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Most of my flying was with yoke aircraft and centre throttle/mixture/prop, but I did a bit of stick time in a Skyfox (I think it was) for a tailwheel endorsement. I don't mind either, but agree with the point above that legs don't get tangled up with a yoke when getting in/out., which is a plus for yokes. I don't like the idea of a centre stick (between seats), because it can only be used with one hand and I like to be able to use either for the flight controls. I've never flown a tandem or single-seater with stick and throttle each side, but intellectually that does have some appeal. It might depend on where everything else was though, i.e. things like flaps/gear/radio switches that need regular access.

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When I first drove a 'bus' I thought it's a bit of a gimmick but after a while the side stick was the most natural form of A/C control with the best ergonomics?

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Learnt with a yoke but much prefer the stick. Was unsure how I would adapt to the stick, but it's very intuitive and direct.

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When I first drove a 'bus' I thought it's a bit of a gimmick but after a while the side stick was the most natural form of A/C control with the best ergonomics?

I have never used a side stick but my project involves one. Maybe a mistake. I have been wondering about the requirements for control force verses pilot g force. I have assumed that the stick force should be less than for a centre long stick, am I wrong. The design is for me to be recumbent, should that influence anything of the control situation?

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Having more rotary-wing than fixed-wing hours I can honestly say I need a stick in my right hand!!!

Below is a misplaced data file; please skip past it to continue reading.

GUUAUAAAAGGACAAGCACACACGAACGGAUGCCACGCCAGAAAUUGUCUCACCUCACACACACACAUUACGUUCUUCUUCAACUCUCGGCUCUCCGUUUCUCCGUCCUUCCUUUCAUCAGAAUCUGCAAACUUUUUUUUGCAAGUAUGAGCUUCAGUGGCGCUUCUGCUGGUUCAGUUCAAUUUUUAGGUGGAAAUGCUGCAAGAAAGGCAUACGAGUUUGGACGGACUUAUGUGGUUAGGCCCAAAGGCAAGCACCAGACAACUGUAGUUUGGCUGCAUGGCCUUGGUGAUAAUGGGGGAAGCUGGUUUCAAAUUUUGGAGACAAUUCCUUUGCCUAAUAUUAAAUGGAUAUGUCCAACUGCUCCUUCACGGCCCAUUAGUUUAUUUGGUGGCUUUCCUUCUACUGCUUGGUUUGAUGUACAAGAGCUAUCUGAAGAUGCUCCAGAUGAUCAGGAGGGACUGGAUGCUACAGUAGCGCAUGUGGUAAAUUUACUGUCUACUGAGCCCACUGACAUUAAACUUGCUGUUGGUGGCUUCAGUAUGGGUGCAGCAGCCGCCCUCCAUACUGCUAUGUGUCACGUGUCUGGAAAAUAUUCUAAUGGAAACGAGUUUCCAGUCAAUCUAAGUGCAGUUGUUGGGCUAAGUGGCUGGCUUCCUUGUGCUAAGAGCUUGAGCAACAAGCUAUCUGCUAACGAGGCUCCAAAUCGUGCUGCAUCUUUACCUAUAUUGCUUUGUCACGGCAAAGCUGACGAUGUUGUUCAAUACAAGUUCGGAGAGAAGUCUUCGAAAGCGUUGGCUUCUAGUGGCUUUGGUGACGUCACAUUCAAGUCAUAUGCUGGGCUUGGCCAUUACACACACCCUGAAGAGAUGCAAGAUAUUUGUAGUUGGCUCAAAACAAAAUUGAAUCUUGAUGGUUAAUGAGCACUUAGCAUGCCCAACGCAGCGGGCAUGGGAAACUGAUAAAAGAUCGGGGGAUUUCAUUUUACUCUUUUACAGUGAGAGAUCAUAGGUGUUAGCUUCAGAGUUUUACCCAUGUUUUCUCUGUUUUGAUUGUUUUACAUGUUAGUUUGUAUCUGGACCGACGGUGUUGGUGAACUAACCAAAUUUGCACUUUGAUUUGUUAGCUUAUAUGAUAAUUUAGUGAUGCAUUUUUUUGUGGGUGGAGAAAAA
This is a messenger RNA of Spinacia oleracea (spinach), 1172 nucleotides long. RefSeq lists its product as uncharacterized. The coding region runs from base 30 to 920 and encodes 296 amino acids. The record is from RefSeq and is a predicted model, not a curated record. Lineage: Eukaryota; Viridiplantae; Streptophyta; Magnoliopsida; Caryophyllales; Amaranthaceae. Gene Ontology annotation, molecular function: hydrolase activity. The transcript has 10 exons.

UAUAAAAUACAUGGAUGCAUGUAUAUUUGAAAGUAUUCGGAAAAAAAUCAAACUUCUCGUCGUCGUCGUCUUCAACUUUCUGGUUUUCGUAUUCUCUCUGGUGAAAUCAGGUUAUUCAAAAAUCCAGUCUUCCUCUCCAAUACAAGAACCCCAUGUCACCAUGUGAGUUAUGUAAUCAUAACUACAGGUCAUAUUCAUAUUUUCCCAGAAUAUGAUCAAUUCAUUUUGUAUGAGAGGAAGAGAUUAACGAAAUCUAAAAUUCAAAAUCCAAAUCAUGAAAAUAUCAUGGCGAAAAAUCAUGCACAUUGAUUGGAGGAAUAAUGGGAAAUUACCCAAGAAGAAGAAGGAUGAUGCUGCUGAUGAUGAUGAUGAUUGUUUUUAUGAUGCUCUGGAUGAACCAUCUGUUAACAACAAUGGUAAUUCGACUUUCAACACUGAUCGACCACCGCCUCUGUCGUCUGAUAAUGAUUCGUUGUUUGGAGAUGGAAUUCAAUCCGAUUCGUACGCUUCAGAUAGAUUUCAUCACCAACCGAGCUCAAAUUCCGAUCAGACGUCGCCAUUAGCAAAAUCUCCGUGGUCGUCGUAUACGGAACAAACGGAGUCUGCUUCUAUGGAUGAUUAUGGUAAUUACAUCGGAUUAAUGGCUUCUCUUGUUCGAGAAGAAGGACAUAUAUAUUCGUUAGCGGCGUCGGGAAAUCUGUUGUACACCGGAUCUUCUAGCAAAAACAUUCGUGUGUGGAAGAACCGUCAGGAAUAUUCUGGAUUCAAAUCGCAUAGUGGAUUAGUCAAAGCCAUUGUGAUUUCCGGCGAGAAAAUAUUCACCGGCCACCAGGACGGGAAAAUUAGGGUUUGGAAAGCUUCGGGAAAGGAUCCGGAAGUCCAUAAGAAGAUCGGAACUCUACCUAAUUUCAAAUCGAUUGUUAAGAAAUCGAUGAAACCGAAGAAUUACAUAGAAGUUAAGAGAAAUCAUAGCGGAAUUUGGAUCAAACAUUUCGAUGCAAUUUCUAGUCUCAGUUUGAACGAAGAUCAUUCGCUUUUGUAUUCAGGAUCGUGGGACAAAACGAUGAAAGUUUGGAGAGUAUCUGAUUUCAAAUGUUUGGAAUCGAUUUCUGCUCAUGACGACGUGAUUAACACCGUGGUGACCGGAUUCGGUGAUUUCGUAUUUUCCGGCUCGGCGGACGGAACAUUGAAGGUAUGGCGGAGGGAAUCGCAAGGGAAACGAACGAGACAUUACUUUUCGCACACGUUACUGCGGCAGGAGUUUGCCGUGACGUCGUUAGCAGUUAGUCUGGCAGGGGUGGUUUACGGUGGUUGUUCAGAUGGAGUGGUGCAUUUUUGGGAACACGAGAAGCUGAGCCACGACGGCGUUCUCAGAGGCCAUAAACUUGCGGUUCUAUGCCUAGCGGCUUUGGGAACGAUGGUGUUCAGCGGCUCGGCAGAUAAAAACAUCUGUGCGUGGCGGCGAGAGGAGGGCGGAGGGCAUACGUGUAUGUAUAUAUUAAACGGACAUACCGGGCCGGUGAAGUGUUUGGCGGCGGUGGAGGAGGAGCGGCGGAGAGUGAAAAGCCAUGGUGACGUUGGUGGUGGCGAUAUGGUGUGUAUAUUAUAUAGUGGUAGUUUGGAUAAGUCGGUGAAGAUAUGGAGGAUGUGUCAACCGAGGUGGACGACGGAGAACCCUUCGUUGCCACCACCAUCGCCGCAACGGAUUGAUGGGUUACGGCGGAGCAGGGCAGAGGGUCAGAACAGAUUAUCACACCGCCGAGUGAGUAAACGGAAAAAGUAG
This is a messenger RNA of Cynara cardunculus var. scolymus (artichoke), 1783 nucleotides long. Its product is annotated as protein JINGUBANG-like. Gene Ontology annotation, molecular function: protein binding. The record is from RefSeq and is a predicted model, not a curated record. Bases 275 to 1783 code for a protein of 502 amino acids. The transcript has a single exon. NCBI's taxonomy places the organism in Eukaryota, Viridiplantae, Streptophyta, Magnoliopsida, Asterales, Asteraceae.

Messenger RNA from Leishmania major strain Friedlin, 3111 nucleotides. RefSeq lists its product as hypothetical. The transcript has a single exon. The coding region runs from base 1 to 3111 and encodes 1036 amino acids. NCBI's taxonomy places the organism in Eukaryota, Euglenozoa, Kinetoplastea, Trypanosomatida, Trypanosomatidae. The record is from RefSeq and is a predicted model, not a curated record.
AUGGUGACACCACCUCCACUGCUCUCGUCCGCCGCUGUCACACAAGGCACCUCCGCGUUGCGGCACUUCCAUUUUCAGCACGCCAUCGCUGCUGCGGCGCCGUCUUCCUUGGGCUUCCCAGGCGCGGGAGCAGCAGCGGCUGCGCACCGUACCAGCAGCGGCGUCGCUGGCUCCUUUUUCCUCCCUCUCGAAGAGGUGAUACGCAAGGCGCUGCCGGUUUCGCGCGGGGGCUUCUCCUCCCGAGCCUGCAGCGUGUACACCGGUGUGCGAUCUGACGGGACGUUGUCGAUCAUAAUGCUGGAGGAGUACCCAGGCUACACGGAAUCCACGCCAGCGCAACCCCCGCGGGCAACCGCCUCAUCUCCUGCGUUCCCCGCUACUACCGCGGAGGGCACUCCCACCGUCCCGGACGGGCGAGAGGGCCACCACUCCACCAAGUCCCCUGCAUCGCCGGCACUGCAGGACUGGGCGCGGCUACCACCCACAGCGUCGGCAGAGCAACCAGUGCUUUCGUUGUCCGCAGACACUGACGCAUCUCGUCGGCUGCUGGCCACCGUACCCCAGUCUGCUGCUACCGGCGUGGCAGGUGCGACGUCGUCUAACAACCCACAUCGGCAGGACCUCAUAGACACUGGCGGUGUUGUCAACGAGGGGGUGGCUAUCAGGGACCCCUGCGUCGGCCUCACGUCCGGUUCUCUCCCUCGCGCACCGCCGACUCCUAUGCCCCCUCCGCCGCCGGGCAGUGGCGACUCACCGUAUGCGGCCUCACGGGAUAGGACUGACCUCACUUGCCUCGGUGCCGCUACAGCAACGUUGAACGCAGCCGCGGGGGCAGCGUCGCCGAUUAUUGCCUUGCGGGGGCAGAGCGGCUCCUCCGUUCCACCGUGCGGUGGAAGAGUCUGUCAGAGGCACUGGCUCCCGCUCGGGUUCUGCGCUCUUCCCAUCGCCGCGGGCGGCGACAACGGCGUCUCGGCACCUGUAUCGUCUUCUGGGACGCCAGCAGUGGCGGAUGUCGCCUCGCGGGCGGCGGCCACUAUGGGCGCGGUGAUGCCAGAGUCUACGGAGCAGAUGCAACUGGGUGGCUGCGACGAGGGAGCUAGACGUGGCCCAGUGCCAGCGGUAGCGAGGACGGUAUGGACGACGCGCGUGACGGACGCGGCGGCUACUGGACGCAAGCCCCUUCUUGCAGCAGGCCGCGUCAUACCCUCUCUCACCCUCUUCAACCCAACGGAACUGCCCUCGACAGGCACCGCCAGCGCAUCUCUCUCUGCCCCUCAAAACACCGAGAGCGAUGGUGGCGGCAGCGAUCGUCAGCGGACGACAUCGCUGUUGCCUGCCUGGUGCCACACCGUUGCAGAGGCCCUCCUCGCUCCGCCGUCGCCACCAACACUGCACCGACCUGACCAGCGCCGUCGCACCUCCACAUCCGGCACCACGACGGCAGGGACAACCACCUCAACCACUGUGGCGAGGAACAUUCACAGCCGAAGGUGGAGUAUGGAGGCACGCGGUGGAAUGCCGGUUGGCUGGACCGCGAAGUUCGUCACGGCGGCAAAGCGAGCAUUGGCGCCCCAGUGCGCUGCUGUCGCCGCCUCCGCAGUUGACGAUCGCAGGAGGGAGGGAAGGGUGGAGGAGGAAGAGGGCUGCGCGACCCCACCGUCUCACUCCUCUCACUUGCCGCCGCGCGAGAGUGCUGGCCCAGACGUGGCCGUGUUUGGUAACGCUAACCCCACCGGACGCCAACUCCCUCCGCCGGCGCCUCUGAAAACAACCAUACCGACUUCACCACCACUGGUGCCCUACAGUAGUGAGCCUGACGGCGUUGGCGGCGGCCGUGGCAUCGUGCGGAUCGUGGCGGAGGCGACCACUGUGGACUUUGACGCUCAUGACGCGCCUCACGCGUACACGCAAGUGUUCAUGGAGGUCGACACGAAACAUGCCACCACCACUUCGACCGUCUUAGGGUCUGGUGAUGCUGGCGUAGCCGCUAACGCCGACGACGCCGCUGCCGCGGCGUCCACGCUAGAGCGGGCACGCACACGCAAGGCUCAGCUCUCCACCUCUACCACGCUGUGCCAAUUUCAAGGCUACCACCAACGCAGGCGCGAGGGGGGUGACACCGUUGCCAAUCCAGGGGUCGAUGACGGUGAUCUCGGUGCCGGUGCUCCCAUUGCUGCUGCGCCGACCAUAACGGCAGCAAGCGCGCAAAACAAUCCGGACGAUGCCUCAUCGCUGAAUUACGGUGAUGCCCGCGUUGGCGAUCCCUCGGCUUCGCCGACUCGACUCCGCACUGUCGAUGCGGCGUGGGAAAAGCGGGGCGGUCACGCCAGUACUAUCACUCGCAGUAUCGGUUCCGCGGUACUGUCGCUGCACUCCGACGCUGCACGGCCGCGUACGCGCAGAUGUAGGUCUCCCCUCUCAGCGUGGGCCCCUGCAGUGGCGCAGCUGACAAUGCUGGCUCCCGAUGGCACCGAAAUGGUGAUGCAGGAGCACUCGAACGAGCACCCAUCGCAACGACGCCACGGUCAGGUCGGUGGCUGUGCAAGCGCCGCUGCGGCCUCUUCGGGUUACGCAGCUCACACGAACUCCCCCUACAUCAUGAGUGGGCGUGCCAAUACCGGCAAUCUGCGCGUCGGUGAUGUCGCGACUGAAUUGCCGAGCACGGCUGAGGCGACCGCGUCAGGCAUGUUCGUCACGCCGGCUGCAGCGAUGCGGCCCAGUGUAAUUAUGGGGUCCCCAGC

Chopper pilots have to have one in bothhands ?

 

Stick feels more natural but if your flying who cares, stick or yolk, left, right or centre.

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Totally agree with the comments about side sticks. Likewise I thought them a gimmick but now prefer them. Flying a Canard where PIOs easily occur, the side stick helps manage the situation. Also, they help manage fatigue over long trips.

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The sidestick is not operating the controls directly. It's inputs are modified by microprocessors and it's got no equivalence in U/L's .

IF you are R or L handed, you will have trouble changing seats in a two crew cockpit or if you are instructing from the RH seat. The sidestick lets you get your lunch tray in front of you easier. Nev

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The sidestick is not operating the controls directly. It's inputs are modified by microprocessors and it's got no equivalence in U/L's .

IF you are R or L handed, you will have trouble changing seats in a two crew cockpit or if you are instructing from the RH seat. The sidestick lets you get your lunch tray in front of you easier. Nev